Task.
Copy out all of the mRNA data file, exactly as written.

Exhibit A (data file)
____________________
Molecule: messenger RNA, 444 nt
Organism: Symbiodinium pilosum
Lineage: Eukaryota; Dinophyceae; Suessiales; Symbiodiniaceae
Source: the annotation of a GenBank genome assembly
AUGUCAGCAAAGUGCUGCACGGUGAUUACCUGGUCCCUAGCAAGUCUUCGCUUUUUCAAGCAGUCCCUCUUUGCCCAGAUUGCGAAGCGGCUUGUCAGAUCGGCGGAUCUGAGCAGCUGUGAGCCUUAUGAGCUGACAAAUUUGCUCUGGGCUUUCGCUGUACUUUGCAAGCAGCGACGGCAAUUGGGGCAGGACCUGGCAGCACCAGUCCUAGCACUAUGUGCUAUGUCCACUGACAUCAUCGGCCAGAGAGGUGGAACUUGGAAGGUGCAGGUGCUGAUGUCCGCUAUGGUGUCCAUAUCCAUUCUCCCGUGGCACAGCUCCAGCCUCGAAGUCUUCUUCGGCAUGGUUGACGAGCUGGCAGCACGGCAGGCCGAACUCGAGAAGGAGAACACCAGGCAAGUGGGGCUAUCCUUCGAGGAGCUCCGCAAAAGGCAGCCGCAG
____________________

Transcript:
Molecule: messenger RNA, 444 nt
Organism: Symbiodinium pilosum
Lineage: Eukaryota; Dinophyceae; Suessiales; Symbiodiniaceae
Source: the annotation of a GenBank genome assembly
AUGUCAGCAAAGUGCUGCACGGUGAUUACCUGGUCCCUAGCAAGUCUUCGCUUUUUCAAGCAGUCCCUCUUUGCCCAGAUUGCGAAGCGGCUUGUCAGAUCGGCGGAUCUGAGCAGCUGUGAGCCUUAUGAGCUGACAAAUUUGCUCUGGGCUUUCGCUGUACUUUGCAAGCAGCGACGGCAAUUGGGGCAGGACCUGGCAGCACCAGUCCUAGCACUAUGUGCUAUGUCCACUGACAUCAUCGGCCAGAGAGGUGGAACUUGGAAGGUGCAGGUGCUGAUGUCCGCUAUGGUGUCCAUAUCCAUUCUCCCGUGGCACAGCUCCAGCCUCGAAGUCUUCUUCGGCAUGGUUGACGAGCUGGCAGCACGGCAGGCCGAACUCGAGAAGGAGAACACCAGGCAAGUGGGGCUAUCCUUCGAGGAGCUCCGCAAAAGGCAGCCGCAG